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Olive Ridley Sea Turtle 

Lepidochelys olivacea

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The olive ridley sea turtle is a marine reptile found throughout most of Earth’s oceans. It is identified by its olive-green or green-gray color and heart-shaped carapace. The carapace may have from five to nine pairs of thick bony plates called “scutes” along its surface. The turtle’s flippers each have two to three visible claws.

Compared to other sea turtle species, the olive ridley is small with most adults measuring 22-31 inches (55-80 cm) in length and weighing a maximum of about 100 pounds (45 kg). The turtle’s lifespan is unknown although most reach sexual maturity at around 15 years of age. Like other turtle species, it is likely that these are very long-lived animals.

These turtles are carnivorous, preying mostly only jellies, shrimp, crabs, urchins and lobsters. As adults, their natural predators are few and far between although sharks and orcas may occasionally take turtles is the opportunity presents itself.

Range and Habitat

Olive ridley sea turtles are classified as a pelagic species, meaning they spend most of their life in the open sea. These animals are found in the tropical latitudes of the Pacific, Atlantic and Indian Oceans. They will generally only come ashore in mass-breeding events called “arribada,” which is Spanish for “arrival by sea.” During these events, thousands of olive ridley sea turtles may swarm onto tropical beaches to lay their eggs. When the eggs hatch, the young will return to the sea where they will live out most of their lives. During the nesting period, however, many eggs may be eaten by various animals including raccoons, coyotes, domesticated dogs and pigs.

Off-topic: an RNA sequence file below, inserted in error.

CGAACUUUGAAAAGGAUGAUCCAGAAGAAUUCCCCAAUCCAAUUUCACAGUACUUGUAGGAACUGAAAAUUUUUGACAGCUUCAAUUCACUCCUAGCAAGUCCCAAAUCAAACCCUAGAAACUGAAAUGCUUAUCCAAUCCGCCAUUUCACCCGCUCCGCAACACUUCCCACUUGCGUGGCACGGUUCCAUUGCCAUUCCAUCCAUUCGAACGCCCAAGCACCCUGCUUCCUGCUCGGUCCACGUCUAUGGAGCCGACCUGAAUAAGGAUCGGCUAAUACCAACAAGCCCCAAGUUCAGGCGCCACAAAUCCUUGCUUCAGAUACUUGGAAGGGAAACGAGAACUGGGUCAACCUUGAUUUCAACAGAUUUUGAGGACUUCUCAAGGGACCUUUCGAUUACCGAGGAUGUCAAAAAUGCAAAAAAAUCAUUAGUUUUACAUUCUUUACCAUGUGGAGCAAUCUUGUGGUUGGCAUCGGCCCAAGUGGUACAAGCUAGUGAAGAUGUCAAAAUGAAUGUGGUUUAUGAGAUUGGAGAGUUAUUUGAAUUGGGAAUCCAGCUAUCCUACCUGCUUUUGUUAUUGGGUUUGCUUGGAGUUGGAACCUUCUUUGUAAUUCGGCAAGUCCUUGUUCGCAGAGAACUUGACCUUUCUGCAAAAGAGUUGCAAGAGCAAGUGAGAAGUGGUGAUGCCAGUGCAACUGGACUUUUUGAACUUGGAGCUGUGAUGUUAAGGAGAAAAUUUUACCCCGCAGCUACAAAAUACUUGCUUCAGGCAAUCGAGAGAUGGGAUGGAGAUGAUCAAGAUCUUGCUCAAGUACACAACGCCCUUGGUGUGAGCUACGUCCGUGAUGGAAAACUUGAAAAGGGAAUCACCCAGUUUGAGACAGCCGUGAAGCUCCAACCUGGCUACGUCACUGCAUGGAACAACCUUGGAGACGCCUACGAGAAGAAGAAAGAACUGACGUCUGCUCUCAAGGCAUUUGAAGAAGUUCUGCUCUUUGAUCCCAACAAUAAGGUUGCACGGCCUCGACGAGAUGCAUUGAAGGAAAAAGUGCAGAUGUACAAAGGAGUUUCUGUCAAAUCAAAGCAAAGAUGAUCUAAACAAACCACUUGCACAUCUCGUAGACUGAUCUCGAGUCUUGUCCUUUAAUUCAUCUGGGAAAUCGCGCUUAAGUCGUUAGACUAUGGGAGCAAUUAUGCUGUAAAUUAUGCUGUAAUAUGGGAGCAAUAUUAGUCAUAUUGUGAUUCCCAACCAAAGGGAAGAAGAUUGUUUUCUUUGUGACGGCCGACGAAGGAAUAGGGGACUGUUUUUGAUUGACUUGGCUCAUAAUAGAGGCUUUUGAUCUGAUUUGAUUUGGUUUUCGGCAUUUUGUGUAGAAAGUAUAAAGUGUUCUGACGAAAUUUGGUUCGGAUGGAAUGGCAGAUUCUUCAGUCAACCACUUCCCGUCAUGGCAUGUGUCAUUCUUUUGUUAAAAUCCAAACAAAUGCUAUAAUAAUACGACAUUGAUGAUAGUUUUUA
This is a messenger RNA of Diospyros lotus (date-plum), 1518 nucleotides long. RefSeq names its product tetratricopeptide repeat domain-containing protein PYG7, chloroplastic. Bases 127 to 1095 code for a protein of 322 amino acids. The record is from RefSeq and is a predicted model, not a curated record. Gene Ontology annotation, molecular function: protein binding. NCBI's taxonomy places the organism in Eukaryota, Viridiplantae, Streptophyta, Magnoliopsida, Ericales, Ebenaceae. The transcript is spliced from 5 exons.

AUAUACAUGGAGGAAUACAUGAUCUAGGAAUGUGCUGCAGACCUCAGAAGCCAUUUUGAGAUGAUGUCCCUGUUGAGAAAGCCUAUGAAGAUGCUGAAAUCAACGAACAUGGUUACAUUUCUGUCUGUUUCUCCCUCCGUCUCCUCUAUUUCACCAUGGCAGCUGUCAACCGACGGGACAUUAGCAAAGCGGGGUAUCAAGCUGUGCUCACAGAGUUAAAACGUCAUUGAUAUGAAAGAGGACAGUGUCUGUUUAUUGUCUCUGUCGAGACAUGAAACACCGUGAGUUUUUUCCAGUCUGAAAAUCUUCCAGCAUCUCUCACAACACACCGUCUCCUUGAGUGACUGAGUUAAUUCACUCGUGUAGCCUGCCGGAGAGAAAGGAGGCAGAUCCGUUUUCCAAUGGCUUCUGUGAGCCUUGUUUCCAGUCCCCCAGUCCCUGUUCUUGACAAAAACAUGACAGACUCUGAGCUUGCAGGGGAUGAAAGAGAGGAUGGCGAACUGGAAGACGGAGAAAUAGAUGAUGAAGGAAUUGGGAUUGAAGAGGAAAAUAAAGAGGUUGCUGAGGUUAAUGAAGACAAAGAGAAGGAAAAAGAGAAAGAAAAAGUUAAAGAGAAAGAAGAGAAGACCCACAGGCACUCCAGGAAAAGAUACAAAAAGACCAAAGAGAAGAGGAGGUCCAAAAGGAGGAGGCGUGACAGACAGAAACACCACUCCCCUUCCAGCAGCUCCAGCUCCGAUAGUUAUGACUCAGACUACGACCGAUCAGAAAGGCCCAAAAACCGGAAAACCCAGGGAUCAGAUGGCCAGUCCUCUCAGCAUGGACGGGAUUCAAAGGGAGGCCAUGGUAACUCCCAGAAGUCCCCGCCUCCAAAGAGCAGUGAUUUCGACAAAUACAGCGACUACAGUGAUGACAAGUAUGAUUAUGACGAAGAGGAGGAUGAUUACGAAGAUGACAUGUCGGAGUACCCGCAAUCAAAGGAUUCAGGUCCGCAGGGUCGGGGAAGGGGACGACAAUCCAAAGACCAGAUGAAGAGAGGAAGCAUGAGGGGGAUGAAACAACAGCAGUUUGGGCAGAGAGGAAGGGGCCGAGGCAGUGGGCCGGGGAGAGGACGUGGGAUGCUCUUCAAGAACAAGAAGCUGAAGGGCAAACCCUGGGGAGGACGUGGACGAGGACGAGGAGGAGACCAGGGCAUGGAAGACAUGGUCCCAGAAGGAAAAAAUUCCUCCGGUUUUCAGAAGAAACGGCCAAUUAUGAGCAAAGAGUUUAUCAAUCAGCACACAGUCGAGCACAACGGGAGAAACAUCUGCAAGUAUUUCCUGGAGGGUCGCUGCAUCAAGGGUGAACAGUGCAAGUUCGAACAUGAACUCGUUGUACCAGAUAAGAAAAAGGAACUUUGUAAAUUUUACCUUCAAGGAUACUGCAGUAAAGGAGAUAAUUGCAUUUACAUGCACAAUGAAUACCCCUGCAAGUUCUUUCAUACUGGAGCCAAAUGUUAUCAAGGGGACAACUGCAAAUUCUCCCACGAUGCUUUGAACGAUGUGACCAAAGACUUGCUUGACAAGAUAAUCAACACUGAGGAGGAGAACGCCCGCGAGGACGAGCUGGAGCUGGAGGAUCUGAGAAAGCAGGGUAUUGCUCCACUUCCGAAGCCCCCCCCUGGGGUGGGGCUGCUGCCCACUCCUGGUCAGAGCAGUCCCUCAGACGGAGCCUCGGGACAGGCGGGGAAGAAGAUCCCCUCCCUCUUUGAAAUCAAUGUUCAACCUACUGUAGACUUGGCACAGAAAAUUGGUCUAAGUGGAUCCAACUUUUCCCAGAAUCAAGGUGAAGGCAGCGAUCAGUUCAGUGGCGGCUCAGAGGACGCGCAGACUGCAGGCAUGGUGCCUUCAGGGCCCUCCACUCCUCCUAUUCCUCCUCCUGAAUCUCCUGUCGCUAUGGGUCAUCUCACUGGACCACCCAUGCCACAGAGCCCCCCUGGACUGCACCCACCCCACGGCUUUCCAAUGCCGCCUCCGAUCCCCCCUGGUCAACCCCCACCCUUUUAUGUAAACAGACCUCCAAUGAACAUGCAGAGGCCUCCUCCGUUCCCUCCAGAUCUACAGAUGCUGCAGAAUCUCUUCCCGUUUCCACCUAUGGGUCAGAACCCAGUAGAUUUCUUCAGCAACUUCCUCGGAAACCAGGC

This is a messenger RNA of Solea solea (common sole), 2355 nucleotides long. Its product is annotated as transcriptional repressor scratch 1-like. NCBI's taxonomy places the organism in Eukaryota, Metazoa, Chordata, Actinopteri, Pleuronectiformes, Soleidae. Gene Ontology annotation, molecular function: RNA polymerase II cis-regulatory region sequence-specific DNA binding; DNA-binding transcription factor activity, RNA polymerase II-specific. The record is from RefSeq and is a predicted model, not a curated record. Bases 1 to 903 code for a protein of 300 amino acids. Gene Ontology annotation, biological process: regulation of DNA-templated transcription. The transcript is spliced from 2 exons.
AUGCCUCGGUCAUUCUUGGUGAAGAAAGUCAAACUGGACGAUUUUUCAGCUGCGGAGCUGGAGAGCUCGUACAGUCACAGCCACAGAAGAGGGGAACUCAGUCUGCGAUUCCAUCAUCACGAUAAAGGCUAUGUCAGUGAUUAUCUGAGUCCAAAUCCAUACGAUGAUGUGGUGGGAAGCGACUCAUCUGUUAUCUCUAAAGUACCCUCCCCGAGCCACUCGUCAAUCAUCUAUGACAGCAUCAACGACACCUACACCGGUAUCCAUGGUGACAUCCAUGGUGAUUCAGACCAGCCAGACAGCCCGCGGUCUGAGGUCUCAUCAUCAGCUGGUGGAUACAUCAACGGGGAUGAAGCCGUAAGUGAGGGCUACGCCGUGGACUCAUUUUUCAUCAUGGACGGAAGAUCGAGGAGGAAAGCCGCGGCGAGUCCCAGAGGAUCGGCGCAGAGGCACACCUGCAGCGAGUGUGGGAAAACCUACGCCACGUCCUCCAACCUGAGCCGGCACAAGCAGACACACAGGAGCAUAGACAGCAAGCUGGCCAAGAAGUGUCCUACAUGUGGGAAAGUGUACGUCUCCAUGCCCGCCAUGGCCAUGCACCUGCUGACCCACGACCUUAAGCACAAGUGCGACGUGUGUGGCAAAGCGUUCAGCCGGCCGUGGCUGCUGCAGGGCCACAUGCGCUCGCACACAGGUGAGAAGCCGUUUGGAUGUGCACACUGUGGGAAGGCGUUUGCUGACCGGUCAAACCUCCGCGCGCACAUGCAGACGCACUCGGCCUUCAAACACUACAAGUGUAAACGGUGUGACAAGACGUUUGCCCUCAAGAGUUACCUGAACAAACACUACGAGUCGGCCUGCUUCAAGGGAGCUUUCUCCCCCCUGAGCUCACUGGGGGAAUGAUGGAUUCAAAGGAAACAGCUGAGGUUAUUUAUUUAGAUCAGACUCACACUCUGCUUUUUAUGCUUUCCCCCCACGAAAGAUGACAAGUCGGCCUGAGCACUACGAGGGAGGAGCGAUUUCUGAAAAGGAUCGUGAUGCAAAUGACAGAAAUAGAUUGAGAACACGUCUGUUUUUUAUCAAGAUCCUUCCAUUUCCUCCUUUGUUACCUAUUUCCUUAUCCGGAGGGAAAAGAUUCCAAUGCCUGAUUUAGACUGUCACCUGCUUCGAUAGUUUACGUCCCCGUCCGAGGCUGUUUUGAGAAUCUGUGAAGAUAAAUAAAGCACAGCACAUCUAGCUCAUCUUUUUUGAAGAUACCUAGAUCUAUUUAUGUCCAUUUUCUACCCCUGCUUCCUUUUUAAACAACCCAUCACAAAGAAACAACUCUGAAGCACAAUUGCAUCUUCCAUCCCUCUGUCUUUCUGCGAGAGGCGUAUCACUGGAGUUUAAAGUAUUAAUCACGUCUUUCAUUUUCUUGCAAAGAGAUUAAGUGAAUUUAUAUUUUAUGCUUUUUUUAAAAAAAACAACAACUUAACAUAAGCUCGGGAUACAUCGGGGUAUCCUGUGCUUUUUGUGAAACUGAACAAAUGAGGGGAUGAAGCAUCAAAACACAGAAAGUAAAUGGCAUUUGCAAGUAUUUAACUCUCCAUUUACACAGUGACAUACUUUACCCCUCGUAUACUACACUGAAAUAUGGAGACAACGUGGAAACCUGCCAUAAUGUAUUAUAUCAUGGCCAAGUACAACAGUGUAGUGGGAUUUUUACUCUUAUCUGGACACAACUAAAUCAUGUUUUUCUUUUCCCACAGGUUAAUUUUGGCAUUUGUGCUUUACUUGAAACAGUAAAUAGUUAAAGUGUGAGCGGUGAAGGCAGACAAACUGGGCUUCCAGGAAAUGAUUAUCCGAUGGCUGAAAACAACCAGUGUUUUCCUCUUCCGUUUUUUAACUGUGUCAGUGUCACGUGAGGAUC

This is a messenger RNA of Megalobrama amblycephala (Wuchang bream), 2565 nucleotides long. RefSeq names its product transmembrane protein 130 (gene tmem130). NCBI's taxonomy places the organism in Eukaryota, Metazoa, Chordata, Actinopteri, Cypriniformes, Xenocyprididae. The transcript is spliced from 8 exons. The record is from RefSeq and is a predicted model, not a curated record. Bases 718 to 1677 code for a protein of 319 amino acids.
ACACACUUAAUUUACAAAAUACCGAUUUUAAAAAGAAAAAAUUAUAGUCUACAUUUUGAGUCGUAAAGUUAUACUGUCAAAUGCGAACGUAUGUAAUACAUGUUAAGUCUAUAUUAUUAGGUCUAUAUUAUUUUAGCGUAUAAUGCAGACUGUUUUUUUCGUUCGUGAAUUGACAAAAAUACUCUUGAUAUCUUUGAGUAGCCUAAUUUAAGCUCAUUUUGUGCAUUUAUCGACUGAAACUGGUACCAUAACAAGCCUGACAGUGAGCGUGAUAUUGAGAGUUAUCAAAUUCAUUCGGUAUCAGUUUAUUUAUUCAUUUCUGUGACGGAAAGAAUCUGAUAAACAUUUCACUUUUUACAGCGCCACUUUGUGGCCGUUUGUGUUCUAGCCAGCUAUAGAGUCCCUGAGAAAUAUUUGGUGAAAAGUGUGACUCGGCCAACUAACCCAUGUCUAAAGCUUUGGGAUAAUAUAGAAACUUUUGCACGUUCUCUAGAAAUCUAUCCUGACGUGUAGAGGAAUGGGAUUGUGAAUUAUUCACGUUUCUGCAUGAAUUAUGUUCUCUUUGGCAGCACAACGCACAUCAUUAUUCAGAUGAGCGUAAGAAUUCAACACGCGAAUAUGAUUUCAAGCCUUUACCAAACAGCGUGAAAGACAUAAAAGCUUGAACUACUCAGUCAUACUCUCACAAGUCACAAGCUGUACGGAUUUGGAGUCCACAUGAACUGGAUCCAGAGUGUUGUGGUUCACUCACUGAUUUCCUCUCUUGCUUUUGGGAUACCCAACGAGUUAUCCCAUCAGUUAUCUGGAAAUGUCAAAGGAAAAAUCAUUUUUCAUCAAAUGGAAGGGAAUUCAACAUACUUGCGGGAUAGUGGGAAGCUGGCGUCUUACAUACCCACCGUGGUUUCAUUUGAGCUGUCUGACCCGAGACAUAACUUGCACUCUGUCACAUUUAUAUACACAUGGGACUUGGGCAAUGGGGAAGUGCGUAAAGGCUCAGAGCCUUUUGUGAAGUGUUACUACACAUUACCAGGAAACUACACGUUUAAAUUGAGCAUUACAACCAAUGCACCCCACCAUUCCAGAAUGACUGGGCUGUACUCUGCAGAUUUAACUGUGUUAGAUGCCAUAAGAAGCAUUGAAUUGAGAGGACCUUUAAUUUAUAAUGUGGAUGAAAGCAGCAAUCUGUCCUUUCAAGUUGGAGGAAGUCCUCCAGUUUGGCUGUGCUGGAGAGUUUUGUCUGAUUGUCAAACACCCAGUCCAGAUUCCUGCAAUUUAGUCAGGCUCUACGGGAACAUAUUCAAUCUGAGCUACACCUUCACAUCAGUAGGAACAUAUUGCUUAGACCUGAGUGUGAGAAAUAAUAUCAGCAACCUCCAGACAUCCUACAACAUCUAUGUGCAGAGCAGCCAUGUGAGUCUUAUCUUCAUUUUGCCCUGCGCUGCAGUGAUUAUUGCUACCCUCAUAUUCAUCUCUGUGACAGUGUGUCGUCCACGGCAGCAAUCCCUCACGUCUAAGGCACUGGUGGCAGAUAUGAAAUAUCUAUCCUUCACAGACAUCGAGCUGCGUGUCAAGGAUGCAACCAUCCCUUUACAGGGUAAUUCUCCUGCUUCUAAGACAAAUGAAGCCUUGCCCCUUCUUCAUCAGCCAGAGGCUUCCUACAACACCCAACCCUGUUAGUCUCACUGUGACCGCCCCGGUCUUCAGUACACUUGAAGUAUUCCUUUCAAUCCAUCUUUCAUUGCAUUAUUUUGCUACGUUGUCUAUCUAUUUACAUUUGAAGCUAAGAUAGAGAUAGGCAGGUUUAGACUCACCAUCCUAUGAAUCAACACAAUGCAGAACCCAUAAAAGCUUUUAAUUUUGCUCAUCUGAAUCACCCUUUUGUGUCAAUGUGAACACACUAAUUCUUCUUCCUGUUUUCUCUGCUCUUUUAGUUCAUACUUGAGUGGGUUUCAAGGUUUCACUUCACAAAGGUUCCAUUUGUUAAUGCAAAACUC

Conservation Status

Although more abundant than other sea turtle species, the Olive Ridley Turtle has been heavily exploited throughout the world, which has had a devastating impact on its overall numbers. According to the National Oceanic and Atmospheric Administration, some populations have decreased by 50% to 80%, depending on their location. Turtle populations in the Atlantic Ocean appear to be the most dramatically affected. On the west coast of North America, turtle numbers have plummeted since the 1960s due to fisheries in both Mexico and Ecuador which targeted turtle eggs. Increased conservation efforts in recent decades have helped some of these populations stabilize. Only a few have actually grown in size. The turtles are protected in all U.S. waters but still face challenges presented by accidental fisheries by-catch, entanglement in discarded fishing nets, ingestion or entanglement in plastic marine debris and climate change. 

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